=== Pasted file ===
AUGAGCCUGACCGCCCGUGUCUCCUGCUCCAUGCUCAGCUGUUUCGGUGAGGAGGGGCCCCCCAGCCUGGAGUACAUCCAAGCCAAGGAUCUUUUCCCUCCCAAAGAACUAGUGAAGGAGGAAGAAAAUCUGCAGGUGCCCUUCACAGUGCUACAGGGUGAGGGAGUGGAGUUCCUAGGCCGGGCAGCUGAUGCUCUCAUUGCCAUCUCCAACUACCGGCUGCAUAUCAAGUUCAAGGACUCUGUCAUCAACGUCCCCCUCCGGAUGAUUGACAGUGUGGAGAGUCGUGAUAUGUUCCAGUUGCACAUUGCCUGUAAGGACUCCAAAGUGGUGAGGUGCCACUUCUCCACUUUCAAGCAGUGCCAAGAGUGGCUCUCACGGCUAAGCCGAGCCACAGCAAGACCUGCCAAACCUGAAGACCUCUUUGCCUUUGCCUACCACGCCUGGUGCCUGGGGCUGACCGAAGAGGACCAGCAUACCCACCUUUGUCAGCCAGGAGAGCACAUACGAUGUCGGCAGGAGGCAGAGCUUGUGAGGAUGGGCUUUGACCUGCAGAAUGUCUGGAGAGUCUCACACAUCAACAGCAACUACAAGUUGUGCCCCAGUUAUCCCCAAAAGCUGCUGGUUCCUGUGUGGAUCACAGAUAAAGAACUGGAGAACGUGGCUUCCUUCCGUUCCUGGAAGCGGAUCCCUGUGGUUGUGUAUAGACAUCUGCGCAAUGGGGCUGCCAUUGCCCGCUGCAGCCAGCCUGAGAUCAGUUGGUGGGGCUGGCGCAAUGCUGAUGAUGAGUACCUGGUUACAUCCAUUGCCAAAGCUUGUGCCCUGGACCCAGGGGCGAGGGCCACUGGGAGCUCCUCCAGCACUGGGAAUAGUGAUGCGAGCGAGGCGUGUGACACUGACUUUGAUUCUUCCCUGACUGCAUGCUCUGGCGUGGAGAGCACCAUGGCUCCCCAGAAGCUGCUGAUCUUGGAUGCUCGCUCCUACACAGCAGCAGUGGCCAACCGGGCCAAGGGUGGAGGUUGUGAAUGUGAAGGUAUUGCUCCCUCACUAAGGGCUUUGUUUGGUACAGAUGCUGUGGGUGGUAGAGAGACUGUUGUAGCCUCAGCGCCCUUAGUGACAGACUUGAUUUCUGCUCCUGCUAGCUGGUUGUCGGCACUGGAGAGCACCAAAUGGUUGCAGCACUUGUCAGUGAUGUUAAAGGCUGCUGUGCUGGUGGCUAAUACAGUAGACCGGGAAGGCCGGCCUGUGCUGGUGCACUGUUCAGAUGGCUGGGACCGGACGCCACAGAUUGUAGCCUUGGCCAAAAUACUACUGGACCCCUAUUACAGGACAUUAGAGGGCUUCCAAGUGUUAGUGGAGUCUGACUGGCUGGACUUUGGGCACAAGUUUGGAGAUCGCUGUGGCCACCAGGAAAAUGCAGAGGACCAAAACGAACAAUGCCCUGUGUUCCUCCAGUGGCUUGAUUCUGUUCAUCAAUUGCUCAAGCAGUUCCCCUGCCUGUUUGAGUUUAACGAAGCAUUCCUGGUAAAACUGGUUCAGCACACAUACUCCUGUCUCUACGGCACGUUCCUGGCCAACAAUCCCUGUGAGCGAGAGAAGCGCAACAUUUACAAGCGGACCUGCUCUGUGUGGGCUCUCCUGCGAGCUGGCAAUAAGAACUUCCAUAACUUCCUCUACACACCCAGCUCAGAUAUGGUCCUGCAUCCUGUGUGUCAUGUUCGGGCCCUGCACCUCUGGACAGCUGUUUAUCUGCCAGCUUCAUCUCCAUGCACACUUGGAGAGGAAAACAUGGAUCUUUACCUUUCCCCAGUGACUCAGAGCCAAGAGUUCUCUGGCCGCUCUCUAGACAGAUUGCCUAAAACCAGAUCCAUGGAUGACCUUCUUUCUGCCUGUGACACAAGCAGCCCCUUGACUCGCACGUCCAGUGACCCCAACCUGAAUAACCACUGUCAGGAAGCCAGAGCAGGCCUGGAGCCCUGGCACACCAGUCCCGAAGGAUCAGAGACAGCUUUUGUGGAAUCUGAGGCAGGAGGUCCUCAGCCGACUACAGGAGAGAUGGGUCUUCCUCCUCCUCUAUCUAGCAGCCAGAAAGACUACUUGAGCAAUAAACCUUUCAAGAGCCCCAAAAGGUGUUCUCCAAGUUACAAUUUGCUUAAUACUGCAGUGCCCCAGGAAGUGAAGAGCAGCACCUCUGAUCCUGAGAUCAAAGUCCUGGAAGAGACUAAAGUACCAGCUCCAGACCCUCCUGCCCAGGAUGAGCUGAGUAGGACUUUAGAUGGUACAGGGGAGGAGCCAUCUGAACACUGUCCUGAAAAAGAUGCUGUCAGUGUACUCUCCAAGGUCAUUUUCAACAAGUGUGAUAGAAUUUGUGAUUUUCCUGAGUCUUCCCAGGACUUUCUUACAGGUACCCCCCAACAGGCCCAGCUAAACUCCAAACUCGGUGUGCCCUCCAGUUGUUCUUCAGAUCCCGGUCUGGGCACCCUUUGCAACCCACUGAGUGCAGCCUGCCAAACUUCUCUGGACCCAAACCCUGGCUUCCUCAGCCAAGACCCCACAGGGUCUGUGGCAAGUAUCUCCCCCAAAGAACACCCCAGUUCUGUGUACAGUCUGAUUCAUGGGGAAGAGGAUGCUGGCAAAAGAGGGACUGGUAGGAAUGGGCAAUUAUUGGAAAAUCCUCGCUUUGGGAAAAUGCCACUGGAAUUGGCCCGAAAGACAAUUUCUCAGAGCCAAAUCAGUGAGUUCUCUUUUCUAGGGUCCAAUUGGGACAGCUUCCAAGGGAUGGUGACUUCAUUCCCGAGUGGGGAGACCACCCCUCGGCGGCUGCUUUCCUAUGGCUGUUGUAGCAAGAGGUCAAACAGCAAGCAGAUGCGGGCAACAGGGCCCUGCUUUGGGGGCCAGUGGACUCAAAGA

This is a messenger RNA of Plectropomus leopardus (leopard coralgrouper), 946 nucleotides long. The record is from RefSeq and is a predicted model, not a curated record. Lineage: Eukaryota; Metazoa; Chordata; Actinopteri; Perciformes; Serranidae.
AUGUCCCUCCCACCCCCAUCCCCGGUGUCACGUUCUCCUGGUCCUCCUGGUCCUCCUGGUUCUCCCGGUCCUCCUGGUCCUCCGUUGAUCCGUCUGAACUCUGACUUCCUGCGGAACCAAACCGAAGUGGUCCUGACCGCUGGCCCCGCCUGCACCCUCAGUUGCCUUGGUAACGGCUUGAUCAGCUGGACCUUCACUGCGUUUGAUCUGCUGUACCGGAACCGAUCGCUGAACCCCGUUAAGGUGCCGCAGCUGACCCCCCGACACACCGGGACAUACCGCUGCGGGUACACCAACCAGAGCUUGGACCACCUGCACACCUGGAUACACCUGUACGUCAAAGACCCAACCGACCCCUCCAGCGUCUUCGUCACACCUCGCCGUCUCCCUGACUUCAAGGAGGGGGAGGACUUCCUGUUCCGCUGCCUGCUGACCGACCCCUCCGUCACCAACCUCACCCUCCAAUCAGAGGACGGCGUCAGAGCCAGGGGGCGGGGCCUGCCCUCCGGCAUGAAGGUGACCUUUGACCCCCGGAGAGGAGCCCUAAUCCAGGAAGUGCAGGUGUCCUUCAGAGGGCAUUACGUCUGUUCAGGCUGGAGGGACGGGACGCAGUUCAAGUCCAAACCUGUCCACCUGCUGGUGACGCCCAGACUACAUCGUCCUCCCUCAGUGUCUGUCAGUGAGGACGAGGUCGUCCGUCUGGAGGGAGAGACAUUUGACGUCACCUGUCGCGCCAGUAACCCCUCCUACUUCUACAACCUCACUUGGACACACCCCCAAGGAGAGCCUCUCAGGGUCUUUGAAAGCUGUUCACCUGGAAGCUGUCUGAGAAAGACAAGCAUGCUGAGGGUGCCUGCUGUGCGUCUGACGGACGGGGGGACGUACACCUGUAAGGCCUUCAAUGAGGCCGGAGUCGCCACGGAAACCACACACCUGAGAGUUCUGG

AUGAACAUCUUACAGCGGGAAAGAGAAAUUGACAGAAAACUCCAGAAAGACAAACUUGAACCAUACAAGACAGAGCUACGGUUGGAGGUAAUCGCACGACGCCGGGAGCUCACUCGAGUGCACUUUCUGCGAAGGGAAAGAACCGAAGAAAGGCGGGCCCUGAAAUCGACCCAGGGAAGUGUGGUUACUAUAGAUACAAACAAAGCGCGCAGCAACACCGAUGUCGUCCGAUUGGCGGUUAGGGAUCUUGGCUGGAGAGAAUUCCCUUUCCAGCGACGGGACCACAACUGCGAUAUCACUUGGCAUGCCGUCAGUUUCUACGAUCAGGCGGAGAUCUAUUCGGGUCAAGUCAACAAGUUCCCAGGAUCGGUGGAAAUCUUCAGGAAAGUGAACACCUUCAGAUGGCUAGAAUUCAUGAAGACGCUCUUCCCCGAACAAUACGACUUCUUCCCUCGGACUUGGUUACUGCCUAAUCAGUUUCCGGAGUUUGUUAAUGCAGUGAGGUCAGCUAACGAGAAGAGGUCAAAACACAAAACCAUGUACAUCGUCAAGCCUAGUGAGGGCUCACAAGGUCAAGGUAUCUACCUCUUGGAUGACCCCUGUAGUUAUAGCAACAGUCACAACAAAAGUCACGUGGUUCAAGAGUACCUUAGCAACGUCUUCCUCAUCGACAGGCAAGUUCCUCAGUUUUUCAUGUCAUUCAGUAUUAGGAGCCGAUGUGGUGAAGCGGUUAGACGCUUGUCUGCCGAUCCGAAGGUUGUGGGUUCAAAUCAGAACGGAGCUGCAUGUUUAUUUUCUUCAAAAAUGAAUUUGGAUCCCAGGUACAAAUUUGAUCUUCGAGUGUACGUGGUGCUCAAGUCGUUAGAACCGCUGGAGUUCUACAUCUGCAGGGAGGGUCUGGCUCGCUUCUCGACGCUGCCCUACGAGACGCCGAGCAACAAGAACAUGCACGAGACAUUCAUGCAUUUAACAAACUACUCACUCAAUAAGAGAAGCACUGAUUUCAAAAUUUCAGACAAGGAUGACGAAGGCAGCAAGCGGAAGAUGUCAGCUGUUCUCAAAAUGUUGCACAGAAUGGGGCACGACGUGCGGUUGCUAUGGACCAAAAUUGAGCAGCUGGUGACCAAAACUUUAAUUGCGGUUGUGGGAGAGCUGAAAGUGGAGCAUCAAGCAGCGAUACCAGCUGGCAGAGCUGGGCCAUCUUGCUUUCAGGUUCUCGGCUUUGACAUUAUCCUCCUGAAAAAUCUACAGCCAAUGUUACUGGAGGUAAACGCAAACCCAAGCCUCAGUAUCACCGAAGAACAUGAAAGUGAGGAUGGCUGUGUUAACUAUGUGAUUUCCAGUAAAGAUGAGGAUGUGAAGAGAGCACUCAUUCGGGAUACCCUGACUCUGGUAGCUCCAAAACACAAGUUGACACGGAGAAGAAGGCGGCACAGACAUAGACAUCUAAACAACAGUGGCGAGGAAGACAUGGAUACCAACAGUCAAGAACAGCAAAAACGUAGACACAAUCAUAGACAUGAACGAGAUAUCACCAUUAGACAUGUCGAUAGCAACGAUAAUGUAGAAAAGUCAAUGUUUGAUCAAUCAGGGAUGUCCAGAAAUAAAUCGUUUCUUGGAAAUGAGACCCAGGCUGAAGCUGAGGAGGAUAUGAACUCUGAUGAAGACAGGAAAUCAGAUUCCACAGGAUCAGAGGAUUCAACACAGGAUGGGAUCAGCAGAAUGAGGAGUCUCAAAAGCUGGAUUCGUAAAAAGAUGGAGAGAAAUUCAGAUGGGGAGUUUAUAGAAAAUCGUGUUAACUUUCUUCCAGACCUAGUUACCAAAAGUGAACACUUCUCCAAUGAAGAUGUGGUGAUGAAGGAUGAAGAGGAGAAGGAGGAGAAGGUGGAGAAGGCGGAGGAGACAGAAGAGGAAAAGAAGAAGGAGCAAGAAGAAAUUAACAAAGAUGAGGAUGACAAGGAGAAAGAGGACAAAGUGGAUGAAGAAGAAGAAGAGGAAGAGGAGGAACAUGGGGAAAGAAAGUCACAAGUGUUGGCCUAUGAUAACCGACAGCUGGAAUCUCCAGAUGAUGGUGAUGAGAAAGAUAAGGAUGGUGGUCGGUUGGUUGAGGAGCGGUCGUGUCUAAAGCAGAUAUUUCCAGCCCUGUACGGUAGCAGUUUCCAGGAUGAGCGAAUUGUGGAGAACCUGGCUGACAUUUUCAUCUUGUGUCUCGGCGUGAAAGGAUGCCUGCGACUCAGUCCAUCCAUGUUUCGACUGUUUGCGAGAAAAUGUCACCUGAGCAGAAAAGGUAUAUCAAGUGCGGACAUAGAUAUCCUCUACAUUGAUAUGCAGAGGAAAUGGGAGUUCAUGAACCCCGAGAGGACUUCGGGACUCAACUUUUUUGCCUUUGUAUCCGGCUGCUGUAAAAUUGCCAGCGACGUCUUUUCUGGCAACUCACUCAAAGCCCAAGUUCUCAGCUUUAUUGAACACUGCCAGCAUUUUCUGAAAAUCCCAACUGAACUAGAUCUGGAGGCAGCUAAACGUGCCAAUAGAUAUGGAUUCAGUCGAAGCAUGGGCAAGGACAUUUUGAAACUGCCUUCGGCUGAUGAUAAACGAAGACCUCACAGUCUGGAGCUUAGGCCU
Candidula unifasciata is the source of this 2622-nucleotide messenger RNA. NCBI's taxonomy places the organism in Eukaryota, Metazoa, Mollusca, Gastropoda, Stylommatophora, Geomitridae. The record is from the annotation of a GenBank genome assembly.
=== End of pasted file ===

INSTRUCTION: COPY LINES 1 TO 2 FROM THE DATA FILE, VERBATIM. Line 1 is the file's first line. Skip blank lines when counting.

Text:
AUGAGCCUGACCGCCCGUGUCUCCUGCUCCAUGCUCAGCUGUUUCGGUGAGGAGGGGCCCCCCAGCCUGGAGUACAUCCAAGCCAAGGAUCUUUUCCCUCCCAAAGAACUAGUGAAGGAGGAAGAAAAUCUGCAGGUGCCCUUCACAGUGCUACAGGGUGAGGGAGUGGAGUUCCUAGGCCGGGCAGCUGAUGCUCUCAUUGCCAUCUCCAACUACCGGCUGCAUAUCAAGUUCAAGGACUCUGUCAUCAACGUCCCCCUCCGGAUGAUUGACAGUGUGGAGAGUCGUGAUAUGUUCCAGUUGCACAUUGCCUGUAAGGACUCCAAAGUGGUGAGGUGCCACUUCUCCACUUUCAAGCAGUGCCAAGAGUGGCUCUCACGGCUAAGCCGAGCCACAGCAAGACCUGCCAAACCUGAAGACCUCUUUGCCUUUGCCUACCACGCCUGGUGCCUGGGGCUGACCGAAGAGGACCAGCAUACCCACCUUUGUCAGCCAGGAGAGCACAUACGAUGUCGGCAGGAGGCAGAGCUUGUGAGGAUGGGCUUUGACCUGCAGAAUGUCUGGAGAGUCUCACACAUCAACAGCAACUACAAGUUGUGCCCCAGUUAUCCCCAAAAGCUGCUGGUUCCUGUGUGGAUCACAGAUAAAGAACUGGAGAACGUGGCUUCCUUCCGUUCCUGGAAGCGGAUCCCUGUGGUUGUGUAUAGACAUCUGCGCAAUGGGGCUGCCAUUGCCCGCUGCAGCCAGCCUGAGAUCAGUUGGUGGGGCUGGCGCAAUGCUGAUGAUGAGUACCUGGUUACAUCCAUUGCCAAAGCUUGUGCCCUGGACCCAGGGGCGAGGGCCACUGGGAGCUCCUCCAGCACUGGGAAUAGUGAUGCGAGCGAGGCGUGUGACACUGACUUUGAUUCUUCCCUGACUGCAUGCUCUGGCGUGGAGAGCACCAUGGCUCCCCAGAAGCUGCUGAUCUUGGAUGCUCGCUCCUACACAGCAGCAGUGGCCAACCGGGCCAAGGGUGGAGGUUGUGAAUGUGAAGGUAUUGCUCCCUCACUAAGGGCUUUGUUUGGUACAGAUGCUGUGGGUGGUAGAGAGACUGUUGUAGCCUCAGCGCCCUUAGUGACAGACUUGAUUUCUGCUCCUGCUAGCUGGUUGUCGGCACUGGAGAGCACCAAAUGGUUGCAGCACUUGUCAGUGAUGUUAAAGGCUGCUGUGCUGGUGGCUAAUACAGUAGACCGGGAAGGCCGGCCUGUGCUGGUGCACUGUUCAGAUGGCUGGGACCGGACGCCACAGAUUGUAGCCUUGGCCAAAAUACUACUGGACCCCUAUUACAGGACAUUAGAGGGCUUCCAAGUGUUAGUGGAGUCUGACUGGCUGGACUUUGGGCACAAGUUUGGAGAUCGCUGUGGCCACCAGGAAAAUGCAGAGGACCAAAACGAACAAUGCCCUGUGUUCCUCCAGUGGCUUGAUUCUGUUCAUCAAUUGCUCAAGCAGUUCCCCUGCCUGUUUGAGUUUAACGAAGCAUUCCUGGUAAAACUGGUUCAGCACACAUACUCCUGUCUCUACGGCACGUUCCUGGCCAACAAUCCCUGUGAGCGAGAGAAGCGCAACAUUUACAAGCGGACCUGCUCUGUGUGGGCUCUCCUGCGAGCUGGCAAUAAGAACUUCCAUAACUUCCUCUACACACCCAGCUCAGAUAUGGUCCUGCAUCCUGUGUGUCAUGUUCGGGCCCUGCACCUCUGGACAGCUGUUUAUCUGCCAGCUUCAUCUCCAUGCACACUUGGAGAGGAAAACAUGGAUCUUUACCUUUCCCCAGUGACUCAGAGCCAAGAGUUCUCUGGCCGCUCUCUAGACAGAUUGCCUAAAACCAGAUCCAUGGAUGACCUUCUUUCUGCCUGUGACACAAGCAGCCCCUUGACUCGCACGUCCAGUGACCCCAACCUGAAUAACCACUGUCAGGAAGCCAGAGCAGGCCUGGAGCCCUGGCACACCAGUCCCGAAGGAUCAGAGACAGCUUUUGUGGAAUCUGAGGCAGGAGGUCCUCAGCCGACUACAGGAGAGAUGGGUCUUCCUCCUCCUCUAUCUAGCAGCCAGAAAGACUACUUGAGCAAUAAACCUUUCAAGAGCCCCAAAAGGUGUUCUCCAAGUUACAAUUUGCUUAAUACUGCAGUGCCCCAGGAAGUGAAGAGCAGCACCUCUGAUCCUGAGAUCAAAGUCCUGGAAGAGACUAAAGUACCAGCUCCAGACCCUCCUGCCCAGGAUGAGCUGAGUAGGACUUUAGAUGGUACAGGGGAGGAGCCAUCUGAACACUGUCCUGAAAAAGAUGCUGUCAGUGUACUCUCCAAGGUCAUUUUCAACAAGUGUGAUAGAAUUUGUGAUUUUCCUGAGUCUUCCCAGGACUUUCUUACAGGUACCCCCCAACAGGCCCAGCUAAACUCCAAACUCGGUGUGCCCUCCAGUUGUUCUUCAGAUCCCGGUCUGGGCACCCUUUGCAACCCACUGAGUGCAGCCUGCCAAACUUCUCUGGACCCAAACCCUGGCUUCCUCAGCCAAGACCCCACAGGGUCUGUGGCAAGUAUCUCCCCCAAAGAACACCCCAGUUCUGUGUACAGUCUGAUUCAUGGGGAAGAGGAUGCUGGCAAAAGAGGGACUGGUAGGAAUGGGCAAUUAUUGGAAAAUCCUCGCUUUGGGAAAAUGCCACUGGAAUUGGCCCGAAAGACAAUUUCUCAGAGCCAAAUCAGUGAGUUCUCUUUUCUAGGGUCCAAUUGGGACAGCUUCCAAGGGAUGGUGACUUCAUUCCCGAGUGGGGAGACCACCCCUCGGCGGCUGCUUUCCUAUGGCUGUUGUAGCAAGAGGUCAAACAGCAAGCAGAUGCGGGCAACAGGGCCCUGCUUUGGGGGCCAGUGGACUCAAAGA

This is a messenger RNA of Plectropomus leopardus (leopard coralgrouper), 946 nucleotides long. The record is from RefSeq and is a predicted model, not a curated record. Lineage: Eukaryota; Metazoa; Chordata; Actinopteri; Perciformes; Serranidae.